NASHVILLE, Tenn. (WKRN) — Nashville Zoo has been experiencing a recent baby boom. One of it’s newest babies can be viewed inside the zoo’s hidden gem.

“They’re only in the women’s bathroom,” said Tatum Basham, primate zookeeper.

The cotton-top tamarin exhibit located – yes – inside the women’s bathroom along the Expedition Peru: Trek of the Andean Bear area of the zoo.

“People love coming in here. They’re so excited. No one expects to see monkeys as soon as they get in the bathroom,” said Basham.

The newborn tamarin will cling to its mother’s back as it grows stronger.

“We have Poncho and Caqueta, which are mom and dad,” Basham pointed out. “They do breed for their whole lives; they pair together.”

Their baby was born May 29th but the gender is not yet known.

It brings the total of tamarins at the zoo to six, including two previous litters.

“They usually have twins, and they usually have male and female. But this time we just have one,” said Basham.

Cotton-top refers to the white fur around their face and head. The primates can live up to 15 years in the wild or in the high-20s in captivity.

“These guys are critically endangered. There’s less than 6,000 in the wild.” Basham continued, “So, these guys are part of the SSP – the species survival plan.”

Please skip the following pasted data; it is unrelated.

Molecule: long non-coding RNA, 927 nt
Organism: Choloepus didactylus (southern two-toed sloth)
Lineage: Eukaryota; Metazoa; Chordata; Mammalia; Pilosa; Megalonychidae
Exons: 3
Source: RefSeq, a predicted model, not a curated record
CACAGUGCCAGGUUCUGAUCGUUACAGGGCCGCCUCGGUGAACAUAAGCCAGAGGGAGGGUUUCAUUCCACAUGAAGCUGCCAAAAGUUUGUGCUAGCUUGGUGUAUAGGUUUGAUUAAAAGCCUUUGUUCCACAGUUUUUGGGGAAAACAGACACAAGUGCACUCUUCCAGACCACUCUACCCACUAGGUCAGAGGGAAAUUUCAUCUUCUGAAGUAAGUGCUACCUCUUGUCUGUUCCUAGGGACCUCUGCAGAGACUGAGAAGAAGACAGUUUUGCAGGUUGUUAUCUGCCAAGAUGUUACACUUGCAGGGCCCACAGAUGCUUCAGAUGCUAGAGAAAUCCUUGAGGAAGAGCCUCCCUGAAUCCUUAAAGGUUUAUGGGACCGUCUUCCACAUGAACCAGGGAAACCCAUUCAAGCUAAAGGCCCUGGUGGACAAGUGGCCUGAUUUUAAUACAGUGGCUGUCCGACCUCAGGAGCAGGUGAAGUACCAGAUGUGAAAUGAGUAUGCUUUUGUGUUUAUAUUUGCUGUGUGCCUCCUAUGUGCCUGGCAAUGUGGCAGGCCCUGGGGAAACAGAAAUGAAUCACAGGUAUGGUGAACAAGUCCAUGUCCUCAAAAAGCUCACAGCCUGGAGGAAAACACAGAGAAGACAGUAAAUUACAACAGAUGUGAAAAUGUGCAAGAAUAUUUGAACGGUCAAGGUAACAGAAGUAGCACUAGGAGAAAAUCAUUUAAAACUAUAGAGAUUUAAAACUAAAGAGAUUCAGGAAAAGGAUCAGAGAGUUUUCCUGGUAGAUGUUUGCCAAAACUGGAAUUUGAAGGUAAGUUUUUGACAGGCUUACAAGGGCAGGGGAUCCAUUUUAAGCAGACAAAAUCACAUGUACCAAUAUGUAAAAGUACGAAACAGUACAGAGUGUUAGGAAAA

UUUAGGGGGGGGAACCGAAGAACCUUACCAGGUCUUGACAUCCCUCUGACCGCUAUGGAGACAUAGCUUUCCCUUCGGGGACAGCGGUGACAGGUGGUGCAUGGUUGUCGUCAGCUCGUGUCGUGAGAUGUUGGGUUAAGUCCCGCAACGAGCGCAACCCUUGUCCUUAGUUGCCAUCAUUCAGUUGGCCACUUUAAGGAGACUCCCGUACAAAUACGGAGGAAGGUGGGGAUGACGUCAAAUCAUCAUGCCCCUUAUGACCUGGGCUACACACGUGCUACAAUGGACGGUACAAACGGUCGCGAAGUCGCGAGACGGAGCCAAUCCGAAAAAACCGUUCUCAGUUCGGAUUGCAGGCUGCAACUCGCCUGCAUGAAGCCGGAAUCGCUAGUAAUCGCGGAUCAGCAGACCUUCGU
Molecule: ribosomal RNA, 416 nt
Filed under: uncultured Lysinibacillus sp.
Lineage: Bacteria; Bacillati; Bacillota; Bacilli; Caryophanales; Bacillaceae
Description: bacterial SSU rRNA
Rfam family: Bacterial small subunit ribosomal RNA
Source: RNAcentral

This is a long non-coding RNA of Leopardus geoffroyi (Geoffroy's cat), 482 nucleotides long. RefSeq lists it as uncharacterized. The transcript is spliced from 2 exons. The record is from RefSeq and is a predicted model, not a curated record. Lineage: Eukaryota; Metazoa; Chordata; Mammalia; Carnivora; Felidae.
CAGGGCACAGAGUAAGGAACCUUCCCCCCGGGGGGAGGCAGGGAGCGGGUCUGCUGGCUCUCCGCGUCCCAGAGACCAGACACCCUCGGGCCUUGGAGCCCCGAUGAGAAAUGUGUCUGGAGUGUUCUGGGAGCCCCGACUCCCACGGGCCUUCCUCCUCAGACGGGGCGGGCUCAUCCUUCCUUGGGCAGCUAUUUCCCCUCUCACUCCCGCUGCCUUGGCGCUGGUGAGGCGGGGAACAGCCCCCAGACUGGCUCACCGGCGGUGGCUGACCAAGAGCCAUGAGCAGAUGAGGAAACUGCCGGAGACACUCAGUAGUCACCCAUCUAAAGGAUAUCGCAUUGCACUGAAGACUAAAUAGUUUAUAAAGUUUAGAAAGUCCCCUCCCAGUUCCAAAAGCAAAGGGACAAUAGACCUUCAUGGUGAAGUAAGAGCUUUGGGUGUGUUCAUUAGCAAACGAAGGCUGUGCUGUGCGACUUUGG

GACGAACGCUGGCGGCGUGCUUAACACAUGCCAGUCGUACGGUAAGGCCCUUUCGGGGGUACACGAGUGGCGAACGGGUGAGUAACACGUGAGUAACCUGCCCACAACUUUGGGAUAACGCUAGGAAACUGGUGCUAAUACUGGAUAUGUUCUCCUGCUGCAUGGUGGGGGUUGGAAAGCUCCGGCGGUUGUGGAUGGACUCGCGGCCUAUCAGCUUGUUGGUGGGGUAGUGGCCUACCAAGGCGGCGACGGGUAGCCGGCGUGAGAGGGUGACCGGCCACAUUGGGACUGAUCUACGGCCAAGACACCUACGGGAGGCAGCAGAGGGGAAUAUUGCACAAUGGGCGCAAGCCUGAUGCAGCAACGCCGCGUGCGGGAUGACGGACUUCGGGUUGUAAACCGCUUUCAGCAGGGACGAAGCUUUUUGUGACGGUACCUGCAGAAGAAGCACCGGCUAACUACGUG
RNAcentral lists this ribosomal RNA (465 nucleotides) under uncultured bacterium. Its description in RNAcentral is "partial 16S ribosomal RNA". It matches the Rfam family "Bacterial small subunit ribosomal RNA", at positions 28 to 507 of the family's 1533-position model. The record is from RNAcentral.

Tamarin are among the most endangered primates in the world, only native to the forests of Northwestern Columbia in South America.

“It’s very important that they’re here at the zoo, and that they are breeding to help that population in the future,” she said.

This baby will stay at Nashville Zoo while it reaches maturity, but it will then be sent to another zoo to help continue the conservation efforts of cotton-top tamarins.

  • Cotton-top tamarin
  • Cotton-top tamarin
  • Cotton-top tamarin
  • Cotton-top tamarin

To learn more about cotton-top tamarins and how people are working to help them survive click on this link.

That bathroom, by the way, was awarded America’s Best Restroom by Cintas in 2019.

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